"I have always imagined that Paradise will be some kind of library." ~ Jorge Luis Borges

Thursday, June 21, 2018

Assessing the 2017-2018 Library Statistics: Top Borrowers and Circ Stats

It's that time of year when the data geek in me loves examining the collection and circulation statistics of the preceding 180 days of school. 
Looking at the statistics from the last three years, I can see that circulation has dropped by about 2,000, which is a lot, which could be due to a number of factors: my reduced time in my school building this year, which impacted my ability to send out reminder notices and therefore books were not being returned in a timely manor and then available to borrowing by another students; planning and instruction of library classes that did not allow for enough time for browsing and borrowing; an aging collection that doesn't not hold as much appeal to students, specifically students in the older grades; and/or a small collection.

I weeded the fiction section last year and hoped to see a jump in circulation for this neighborhood. There was a jump, but only by 200 and a 3% increase, which is lower than I was hoping, but an improvement.

Nonfiction circulations fell by 2,000, which is really surprising, but possibly related to both the fact that I was not able to send out reminders for overdue books and the weeding that I did. There were many books dating back to the seventies, eighties, and nineties that I weeded last year, so there were just fewer to browse.

The jump in biographies is exciting and a direct correlation to a few biographies lessons and projects that I integrated into the curriculum. It's good to see the impact projects can have on the books students choose to borrow.

Picture books and early readers both dropped, which is again surprising. I'll have to think about this for a bit. I didn't really participate in Picture Book Month, so maybe that's the reason.

Graphic Novels increased, which is a result of the new books that I purchased this year. This area is always heavily used and if I had even more graphic novels I know the circulation would continue to increase.

You can take a closer look at last year's information in this post: The Collection Statistics Tell a Story of Their Own or two years ago in this post: The Who and What Edition of Reading in the Library.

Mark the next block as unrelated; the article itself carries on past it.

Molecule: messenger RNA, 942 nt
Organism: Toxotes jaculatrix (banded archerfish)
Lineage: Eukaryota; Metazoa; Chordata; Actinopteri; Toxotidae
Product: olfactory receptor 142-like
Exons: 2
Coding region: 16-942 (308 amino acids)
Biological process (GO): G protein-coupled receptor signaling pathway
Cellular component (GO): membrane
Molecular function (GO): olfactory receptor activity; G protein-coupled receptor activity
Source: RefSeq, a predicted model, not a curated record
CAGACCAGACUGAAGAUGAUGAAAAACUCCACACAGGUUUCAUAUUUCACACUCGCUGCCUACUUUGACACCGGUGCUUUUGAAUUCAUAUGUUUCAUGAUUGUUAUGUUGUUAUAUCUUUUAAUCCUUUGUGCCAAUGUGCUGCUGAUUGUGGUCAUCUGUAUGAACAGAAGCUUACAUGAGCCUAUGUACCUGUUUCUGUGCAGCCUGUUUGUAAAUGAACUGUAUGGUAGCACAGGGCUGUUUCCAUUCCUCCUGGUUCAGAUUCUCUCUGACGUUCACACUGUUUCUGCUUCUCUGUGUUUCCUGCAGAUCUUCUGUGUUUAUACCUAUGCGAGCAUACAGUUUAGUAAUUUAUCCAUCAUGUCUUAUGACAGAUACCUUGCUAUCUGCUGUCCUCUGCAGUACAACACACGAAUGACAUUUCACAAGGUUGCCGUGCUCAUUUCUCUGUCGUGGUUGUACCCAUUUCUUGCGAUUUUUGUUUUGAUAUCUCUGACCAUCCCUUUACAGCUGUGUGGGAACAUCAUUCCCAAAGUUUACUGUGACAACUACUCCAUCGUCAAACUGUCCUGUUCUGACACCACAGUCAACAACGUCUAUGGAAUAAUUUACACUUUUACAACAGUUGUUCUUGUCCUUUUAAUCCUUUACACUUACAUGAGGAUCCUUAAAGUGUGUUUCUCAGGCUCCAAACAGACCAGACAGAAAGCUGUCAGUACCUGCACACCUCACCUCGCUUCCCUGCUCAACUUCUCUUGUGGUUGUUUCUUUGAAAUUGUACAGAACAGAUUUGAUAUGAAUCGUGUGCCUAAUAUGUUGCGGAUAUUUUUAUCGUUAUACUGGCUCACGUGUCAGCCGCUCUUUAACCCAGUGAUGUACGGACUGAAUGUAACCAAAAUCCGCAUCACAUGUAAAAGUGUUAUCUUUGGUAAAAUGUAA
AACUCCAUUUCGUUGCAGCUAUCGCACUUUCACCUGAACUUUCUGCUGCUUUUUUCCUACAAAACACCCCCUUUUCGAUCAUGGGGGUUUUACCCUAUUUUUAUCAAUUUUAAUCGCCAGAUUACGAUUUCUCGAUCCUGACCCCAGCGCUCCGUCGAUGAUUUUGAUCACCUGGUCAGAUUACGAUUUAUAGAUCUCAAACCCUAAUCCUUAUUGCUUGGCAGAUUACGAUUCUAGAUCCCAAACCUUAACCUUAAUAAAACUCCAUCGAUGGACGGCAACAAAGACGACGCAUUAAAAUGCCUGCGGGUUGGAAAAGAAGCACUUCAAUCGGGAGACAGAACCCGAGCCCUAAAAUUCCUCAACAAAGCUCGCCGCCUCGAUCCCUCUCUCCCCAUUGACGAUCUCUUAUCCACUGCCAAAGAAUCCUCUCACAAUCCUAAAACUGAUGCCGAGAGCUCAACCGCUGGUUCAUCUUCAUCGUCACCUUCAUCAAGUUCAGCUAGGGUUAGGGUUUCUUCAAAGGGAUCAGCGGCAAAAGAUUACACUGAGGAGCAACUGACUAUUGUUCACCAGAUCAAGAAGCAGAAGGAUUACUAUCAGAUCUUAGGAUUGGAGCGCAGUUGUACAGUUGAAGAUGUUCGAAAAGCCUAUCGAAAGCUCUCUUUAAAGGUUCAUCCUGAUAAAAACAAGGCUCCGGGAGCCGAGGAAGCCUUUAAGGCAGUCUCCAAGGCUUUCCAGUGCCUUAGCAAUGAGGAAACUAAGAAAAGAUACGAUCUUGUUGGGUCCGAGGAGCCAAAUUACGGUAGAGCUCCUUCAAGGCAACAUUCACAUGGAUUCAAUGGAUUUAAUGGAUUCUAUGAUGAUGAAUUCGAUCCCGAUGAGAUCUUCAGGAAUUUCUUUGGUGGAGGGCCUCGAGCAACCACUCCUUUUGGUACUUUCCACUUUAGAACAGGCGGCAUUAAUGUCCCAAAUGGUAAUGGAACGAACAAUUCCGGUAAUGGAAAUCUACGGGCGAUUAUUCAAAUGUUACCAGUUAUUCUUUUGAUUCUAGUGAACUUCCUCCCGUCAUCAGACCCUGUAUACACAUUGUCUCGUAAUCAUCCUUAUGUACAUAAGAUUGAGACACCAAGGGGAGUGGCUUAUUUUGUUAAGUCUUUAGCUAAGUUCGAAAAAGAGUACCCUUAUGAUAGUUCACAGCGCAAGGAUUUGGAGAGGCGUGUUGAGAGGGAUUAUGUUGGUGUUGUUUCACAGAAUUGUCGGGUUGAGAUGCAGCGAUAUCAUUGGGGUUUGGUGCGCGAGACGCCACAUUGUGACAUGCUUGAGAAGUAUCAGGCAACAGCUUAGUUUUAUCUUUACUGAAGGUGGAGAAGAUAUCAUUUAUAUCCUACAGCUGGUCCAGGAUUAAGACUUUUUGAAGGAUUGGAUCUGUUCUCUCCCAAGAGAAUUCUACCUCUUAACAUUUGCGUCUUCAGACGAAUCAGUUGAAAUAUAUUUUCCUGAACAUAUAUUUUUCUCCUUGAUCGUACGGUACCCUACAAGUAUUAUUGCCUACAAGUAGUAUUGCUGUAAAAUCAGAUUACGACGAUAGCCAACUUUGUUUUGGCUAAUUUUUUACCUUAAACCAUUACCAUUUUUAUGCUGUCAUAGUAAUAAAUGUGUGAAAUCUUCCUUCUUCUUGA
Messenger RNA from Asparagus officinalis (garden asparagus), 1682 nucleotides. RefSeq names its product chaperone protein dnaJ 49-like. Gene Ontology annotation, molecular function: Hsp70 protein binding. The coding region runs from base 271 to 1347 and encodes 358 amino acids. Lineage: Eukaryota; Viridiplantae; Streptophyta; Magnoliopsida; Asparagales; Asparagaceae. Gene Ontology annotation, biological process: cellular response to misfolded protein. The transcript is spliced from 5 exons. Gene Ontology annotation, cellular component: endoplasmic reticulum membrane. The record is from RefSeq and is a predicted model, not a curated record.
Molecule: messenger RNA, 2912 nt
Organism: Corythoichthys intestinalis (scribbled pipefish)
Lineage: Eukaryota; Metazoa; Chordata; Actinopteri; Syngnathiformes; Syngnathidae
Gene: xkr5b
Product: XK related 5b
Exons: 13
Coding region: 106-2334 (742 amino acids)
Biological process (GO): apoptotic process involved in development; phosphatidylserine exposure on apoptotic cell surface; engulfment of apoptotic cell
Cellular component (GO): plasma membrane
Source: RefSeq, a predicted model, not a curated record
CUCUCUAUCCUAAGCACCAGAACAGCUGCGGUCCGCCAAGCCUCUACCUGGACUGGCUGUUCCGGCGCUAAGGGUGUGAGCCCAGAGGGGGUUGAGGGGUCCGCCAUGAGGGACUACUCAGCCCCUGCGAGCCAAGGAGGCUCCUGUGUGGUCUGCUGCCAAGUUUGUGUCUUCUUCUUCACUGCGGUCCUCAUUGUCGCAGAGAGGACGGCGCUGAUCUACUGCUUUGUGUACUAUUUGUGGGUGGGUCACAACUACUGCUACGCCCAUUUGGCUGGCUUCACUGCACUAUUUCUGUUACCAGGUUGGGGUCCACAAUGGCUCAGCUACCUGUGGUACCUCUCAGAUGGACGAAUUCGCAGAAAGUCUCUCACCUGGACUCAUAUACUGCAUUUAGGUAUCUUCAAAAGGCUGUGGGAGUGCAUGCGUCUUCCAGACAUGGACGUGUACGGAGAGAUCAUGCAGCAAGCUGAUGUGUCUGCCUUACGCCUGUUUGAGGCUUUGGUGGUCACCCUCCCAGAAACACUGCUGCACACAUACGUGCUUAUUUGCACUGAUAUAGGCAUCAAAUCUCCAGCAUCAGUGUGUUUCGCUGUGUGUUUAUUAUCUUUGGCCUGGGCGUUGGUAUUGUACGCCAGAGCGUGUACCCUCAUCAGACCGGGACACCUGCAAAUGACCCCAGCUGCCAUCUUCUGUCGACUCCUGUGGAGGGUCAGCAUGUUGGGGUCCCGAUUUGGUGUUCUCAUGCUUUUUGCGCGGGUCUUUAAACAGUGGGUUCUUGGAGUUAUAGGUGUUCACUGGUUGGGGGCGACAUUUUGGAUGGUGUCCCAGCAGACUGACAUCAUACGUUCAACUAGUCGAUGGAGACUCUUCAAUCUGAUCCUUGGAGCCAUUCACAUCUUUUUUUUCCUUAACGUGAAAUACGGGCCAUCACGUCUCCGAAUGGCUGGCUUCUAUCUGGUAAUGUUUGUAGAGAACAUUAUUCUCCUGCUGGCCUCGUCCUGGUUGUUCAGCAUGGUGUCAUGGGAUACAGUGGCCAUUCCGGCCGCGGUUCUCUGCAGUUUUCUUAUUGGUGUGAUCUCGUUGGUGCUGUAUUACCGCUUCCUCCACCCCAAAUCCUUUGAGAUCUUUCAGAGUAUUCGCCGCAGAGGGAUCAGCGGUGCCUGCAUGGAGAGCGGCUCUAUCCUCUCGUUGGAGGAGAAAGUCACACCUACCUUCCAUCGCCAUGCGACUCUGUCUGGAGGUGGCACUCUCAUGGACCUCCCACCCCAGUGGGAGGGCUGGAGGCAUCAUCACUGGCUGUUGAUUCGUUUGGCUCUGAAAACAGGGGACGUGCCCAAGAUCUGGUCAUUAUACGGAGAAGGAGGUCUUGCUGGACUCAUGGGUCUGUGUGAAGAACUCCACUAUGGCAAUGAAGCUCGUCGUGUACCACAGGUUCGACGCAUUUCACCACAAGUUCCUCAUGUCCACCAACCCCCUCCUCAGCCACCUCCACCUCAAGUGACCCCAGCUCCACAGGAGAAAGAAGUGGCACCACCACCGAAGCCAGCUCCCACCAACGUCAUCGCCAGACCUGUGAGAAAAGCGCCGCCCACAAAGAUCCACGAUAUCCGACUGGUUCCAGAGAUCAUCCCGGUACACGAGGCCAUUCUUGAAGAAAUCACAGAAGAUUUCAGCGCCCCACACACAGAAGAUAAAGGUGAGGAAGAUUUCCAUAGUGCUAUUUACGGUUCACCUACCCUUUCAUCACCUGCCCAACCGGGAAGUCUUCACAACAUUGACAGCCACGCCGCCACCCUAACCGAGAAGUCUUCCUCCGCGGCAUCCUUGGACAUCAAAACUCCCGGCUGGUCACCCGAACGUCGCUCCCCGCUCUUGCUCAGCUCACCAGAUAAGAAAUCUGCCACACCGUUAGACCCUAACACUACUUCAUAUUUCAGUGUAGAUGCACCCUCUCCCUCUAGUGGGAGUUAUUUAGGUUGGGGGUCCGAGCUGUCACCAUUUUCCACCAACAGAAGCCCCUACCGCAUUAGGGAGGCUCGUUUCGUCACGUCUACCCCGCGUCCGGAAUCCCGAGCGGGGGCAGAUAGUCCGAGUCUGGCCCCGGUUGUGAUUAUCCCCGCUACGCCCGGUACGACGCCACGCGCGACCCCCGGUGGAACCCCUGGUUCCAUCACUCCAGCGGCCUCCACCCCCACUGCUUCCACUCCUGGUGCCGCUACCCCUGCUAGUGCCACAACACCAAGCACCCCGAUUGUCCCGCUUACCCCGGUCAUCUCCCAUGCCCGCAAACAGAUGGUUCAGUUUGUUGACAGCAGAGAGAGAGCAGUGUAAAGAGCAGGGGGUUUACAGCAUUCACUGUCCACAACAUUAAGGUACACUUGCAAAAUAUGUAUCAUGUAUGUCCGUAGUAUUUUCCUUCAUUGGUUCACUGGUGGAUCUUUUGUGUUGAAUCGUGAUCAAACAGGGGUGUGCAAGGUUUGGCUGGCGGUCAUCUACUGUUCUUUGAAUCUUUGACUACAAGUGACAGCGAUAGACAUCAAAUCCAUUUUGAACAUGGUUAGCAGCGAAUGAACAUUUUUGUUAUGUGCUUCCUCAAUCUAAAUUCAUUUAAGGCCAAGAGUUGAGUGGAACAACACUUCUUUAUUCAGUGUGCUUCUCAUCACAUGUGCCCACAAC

I also ran statistics for the top borrowers and top homerooms. I love what this grid shows. We have a fairly even distribution of both girls and boys in the top borrowers for the year.  I like this data. It tells me that students see themselves as readers in this library regardless of gender. 

That all four third grade classrooms made it into the top ten of our twenty-two classroom is fabulous. I have been thinking about this information. I see third grade on Monday, which is sometimes hard because of the Monday holidays. Also, these classes run back-to-back, so there is no wiggle room for browsing and borrowing. On the plus side, the curriculum this year has also been more literature focused. Also, we have 106 children in this grade level, so they are the largest grade level (the others are between 95 and 100. All interesting things to think about.

All three of the second grade classrooms made the list as did two of the three first grade classrooms. These students have an extended library class, so it makes sense to me that they would rank this high.

I love that fourth grade outlier class. I tend to lose some 4th and 5th grade readers from this library for a number of reasons: parents who support their learning habits by buying books; a public library just down the street; and, a smaller and aging collection that isn't quite meeting their needs.

Top 10 Homerooms

 We'll see what next year brings!

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